- in deciding whether an entity was entitled to JobKeeper payments under section 11 of the CERP Rules, the Commissioner was obliged to determine whether or not the entitlement criteria specified in that section were met. One of those criteria was the 'integrity rule' in subsection 11(6) of the CERP Rules, which permitted the Commissioner, in the ordinary course of determining payment eligibility, to exercise a discretion to allow a later time (at , per Logan J). The construction of the text, and the inclusion of 'unless' in the phrase '... unless the entity had an ABN on 12 March 2020 (or a later time allowed by the Commissioner) ...' means that (at [96), per Thawley J):
... it is only once both of the possibilities have been answered that "a decision [has been made] that the entity is not entitled to a Coronavirus economic response payment for a period" within the meaning of s13(2)(a) of the CERP Act.
The Court also decided that even if the Commissioner's decision not to exercise the discretion in subsection 11(6) of the CERP Rules was not a decision which could be objected to under section 13(2)(a) of the Coronavirus Economic Response Package (Payments and Benefits) Act 2020 (the CERP Act), the Tribunal could exercise the discretion under section 43(1) of the Administrative Appeals Tribunal Act 1975 because that exercise would be 'for the purpose of reviewing a decision', being the Commissioner's decision that the respondent was not entitled to a Coronavirus economic response payment for a period (at [89-92], per Thawley J).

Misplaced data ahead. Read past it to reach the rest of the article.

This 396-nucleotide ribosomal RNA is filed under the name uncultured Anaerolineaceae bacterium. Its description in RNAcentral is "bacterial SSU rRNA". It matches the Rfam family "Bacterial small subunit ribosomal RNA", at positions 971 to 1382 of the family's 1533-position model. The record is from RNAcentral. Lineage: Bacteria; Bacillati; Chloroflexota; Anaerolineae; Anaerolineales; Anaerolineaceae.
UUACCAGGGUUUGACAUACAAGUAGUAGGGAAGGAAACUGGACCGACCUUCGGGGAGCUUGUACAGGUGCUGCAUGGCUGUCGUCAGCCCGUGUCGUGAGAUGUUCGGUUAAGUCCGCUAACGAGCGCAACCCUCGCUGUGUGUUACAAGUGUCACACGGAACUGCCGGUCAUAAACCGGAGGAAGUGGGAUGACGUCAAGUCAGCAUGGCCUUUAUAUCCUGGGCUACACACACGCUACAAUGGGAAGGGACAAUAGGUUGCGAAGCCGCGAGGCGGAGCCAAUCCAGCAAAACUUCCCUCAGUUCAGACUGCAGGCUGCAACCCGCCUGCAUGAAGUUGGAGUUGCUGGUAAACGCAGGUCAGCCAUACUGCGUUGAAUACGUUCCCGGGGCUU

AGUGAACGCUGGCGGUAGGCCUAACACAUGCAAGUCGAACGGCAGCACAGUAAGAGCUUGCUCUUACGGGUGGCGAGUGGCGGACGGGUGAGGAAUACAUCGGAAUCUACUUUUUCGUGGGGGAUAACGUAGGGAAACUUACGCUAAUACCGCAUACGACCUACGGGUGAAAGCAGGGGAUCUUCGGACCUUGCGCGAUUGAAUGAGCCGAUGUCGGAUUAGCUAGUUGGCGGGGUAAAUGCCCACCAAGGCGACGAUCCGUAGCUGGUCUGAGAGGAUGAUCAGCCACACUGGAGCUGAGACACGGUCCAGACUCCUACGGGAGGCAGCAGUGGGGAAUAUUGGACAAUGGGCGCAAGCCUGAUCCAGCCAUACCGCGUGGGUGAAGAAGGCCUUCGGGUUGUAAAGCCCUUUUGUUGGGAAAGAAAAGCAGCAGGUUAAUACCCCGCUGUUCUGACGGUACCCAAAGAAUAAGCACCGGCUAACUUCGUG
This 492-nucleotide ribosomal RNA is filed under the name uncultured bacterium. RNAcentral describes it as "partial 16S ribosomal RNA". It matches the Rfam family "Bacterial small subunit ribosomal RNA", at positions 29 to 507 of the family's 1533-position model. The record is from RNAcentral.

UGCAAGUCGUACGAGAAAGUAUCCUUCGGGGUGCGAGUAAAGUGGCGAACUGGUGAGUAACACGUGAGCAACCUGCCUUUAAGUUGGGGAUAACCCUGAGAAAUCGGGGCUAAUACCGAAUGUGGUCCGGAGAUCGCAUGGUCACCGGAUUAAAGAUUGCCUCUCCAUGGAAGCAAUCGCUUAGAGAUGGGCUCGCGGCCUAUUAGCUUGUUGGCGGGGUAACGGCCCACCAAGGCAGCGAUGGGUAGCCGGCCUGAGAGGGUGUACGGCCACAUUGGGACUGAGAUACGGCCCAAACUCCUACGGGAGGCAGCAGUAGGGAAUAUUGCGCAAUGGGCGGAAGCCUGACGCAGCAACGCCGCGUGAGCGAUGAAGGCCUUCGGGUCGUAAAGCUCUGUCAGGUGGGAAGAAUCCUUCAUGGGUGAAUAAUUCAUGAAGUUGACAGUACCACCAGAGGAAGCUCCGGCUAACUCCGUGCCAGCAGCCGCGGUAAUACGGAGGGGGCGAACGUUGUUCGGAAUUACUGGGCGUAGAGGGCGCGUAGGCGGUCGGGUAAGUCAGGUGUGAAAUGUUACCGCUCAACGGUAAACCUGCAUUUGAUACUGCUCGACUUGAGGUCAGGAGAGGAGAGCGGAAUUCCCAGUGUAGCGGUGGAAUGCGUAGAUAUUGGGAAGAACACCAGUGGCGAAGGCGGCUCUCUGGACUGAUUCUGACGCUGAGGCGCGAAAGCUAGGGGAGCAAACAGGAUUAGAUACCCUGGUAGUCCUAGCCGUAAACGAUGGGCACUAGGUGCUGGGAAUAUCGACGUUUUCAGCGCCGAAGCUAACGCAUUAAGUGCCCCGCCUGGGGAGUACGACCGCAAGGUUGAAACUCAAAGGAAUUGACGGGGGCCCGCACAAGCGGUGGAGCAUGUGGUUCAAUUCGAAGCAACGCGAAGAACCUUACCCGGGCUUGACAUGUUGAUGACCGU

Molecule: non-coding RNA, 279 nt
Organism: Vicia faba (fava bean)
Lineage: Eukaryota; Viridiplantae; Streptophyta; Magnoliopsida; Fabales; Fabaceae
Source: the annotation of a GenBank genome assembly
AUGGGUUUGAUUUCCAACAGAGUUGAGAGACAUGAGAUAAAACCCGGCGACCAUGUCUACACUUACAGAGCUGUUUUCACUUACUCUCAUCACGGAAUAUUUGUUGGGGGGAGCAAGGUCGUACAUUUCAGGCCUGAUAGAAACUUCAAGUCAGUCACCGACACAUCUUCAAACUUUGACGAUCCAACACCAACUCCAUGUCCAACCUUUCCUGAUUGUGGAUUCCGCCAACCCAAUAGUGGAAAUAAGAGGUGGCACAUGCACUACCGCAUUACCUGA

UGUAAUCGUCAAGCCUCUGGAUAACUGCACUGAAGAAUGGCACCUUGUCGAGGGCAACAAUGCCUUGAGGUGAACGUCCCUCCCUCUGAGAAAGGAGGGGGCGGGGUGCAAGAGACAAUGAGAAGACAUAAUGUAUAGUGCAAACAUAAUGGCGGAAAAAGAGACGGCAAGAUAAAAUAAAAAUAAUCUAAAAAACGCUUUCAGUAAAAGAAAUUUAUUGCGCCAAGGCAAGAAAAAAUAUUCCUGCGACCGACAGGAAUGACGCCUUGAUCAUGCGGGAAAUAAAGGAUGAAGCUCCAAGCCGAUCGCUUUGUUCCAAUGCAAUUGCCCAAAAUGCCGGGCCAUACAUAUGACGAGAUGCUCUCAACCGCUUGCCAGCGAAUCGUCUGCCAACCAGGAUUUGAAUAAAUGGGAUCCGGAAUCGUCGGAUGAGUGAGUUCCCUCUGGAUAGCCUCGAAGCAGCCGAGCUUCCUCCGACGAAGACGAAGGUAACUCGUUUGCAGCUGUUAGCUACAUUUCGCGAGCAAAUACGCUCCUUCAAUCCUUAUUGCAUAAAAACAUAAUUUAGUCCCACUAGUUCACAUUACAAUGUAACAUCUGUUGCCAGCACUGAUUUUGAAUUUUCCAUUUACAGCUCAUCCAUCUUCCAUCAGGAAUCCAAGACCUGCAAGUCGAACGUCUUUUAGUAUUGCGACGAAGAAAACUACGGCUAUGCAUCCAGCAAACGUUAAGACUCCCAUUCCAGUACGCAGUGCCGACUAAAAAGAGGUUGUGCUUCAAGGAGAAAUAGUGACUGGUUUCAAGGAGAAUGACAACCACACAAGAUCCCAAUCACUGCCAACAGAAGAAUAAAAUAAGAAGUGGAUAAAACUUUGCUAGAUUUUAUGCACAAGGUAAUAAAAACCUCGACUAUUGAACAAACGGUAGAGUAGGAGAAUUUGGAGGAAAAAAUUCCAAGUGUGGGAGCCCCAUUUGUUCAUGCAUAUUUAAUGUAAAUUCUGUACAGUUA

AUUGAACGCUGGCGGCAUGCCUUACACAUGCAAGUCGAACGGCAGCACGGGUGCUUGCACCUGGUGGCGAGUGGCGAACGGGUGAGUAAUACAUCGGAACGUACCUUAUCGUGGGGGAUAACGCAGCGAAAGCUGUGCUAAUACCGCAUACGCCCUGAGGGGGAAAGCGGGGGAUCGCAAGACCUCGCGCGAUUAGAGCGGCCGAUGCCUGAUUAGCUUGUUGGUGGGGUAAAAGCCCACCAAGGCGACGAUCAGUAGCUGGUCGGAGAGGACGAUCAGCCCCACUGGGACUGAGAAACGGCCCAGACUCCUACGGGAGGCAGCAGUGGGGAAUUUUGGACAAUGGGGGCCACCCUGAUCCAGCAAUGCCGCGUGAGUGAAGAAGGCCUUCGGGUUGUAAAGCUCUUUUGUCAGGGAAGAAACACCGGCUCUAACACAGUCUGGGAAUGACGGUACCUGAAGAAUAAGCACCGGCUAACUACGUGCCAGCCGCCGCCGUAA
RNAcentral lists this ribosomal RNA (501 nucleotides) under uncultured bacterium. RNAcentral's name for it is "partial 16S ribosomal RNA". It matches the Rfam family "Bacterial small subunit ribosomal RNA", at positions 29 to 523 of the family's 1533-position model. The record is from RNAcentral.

Tribunal's exercise of discretion in the respondent's circumstance
The Court found that the Tribunal did not err in exercising the discretion to allow the respondent a later time to have an ABN. The Court said that the Commissioner's argument that the discretion could only be exercised in limited circumstances did not give primary effect to the statutory language read in context; it was an error to look to the extrinsic material and presume that to have been the intended meaning of the statutory text (at , per Thawley J).